Before we begin, a couple of definitions–especially for the men in the group.
1. Magnificent Mile = Chicago’s Michigan Ave. It is one mile of high end retail shops. And I mean HIGH end–as in Rodeo Drive high end.
2. Flag Ship= Prototypical, the one after which all else are modeled. Uber expensive.
3. J. Crew Flag Ship store= a place you only shop if you live near number one, weigh under 120 lbs and stand at least 65 inches tall.
My husband could not have been more out of place.
We arrived in Chicago last Friday afternoon for a Saturday evening wedding. In the chaos of packing literally 10 minutes before we had to leave for the airport, I managed to pack three potential dresses for the wedding, 3 pairs of stilettos in different colors and shapes, several jewelry options, and exactly NOTHING for the rehearsal dinner the night before.
My long sleeve Gap t-shirt and beat-up Dansko clogs seemed terribly inadequate so I did what I love to do—emergency shop.
Right outside The Drake–a glamorous and grand hotel of eras long past, was shopping to make your mouth water–ok my mouth. Anyway, I had exactly one hour to find, purchase, and change into an outfit before the dinner so I decided J. Crew would give me the best shot at “Urban Chic” in a flash.
With a keen eye I buzzed around the store. My plan was to wear my jeans, and just spruce them up a bit. As time ticked, I hastily checked sizes and pulled things off of shelves. Fifteen minutes later I had gorgeous cheetah print platform shoes, a white cotton button down, a school boy blazer, a necklace and a headband.
I dumped my stuff proudly on the counter and took out my Visa tapping it impatiently as the girl carefully folded and wrapped each item in tissue. C’mon! I’m actually going to put that stuff on in the bathroom, don’t waste tissue OR my time!
It turns out, that in my hasty shopping, I failed to look at a single price tag.
I did not care that I was shrieking in a high pitched psycho kind of tone. I did not care that there were seven people in line behind me (I would never see a single one of them again.)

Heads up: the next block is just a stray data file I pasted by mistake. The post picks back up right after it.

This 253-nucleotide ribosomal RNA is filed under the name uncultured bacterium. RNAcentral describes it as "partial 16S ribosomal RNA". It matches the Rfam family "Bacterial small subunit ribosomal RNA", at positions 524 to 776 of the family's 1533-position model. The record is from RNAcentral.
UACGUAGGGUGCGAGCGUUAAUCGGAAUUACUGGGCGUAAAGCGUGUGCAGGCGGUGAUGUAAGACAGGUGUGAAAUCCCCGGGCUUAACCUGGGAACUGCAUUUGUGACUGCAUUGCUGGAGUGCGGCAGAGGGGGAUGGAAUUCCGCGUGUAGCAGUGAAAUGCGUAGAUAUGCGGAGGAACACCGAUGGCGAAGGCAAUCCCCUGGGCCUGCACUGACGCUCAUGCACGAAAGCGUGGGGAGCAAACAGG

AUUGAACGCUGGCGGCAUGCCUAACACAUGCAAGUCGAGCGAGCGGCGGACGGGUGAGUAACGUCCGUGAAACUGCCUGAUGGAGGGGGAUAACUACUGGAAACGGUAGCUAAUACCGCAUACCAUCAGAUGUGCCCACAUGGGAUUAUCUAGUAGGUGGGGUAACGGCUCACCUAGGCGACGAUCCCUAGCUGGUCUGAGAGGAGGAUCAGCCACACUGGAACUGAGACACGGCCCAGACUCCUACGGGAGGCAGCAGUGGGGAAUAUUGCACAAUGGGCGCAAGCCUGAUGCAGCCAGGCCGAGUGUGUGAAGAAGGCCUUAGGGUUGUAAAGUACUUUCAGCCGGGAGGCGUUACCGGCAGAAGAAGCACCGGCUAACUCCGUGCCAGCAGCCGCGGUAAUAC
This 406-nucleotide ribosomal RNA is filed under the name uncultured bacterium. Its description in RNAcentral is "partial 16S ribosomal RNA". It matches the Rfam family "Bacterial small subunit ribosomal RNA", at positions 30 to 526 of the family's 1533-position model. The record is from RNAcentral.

Systematically, I made the sales girl unwrap item after item and take it off the bill. Naturally I started with the least essential—head band and necklaces only brought the total down to $750.
In the end, after the carnage of tissue, the disgusted sales girl, and a pile of almost-mine items was cleared, I was left with a jacket and a blouse. My true heartbreak came over the shoes—$398. I did not stand a chance of remaining married if I did not put them back.
Back at the hotel, Chris was standing in front of the mirror adjusting his sports jacket–the one he got when we interviewed for residency in 1999. I was already in a foul mood at the loves I had just lost.
“Hey There!” He is so damn happy–all the time.
“Hey.” I grumbled. In that one growled word I was saying: “I-just-think-it-is-ridiculous-that-I-work-as-hard-as-I-do-and-never-spend-excessively-on-anything-and-the-kids-are-going-to-have-enough-money-to-go-to-college-three-times-each-when-Sam-might-not-go-at-all-and-we-will-have-enough-money-to-live-after-retirement-until-we-are-both-99-and-I-know-for-a-fact-you-won’t-live-that-long-and-you-now-drive-a-pick-up-truck–a-Chevy-no less–and-I-can’t-even-buy-one-lousy-city-slicker-outfit-without-YOU-making-me-feel-guilty-about-it.”
Apparently, in my silent tirade, I missed something he said.
“I said,” he sort of is yelling–as much as Chris yells–”I got a compliment on my jacket just now.”
Now I was really pissed. YOU got a compliment, in Chicago, on Michigan Ave. wearing THAT jacket?
“Yep.” He is so freakin’ cocky sometimes.
“A very nice gentleman said ‘Nice Jacket, young man,’ as I strolled by—and that was BEFORE I put a $5 in his cup.”
Great. Just great. To sum up the evening, I went to this uber cool dinner in half of an uber cool outfit with my uber uncool husband who apparently has the same taste in clothes as a homeless guy.
It’s good to be home.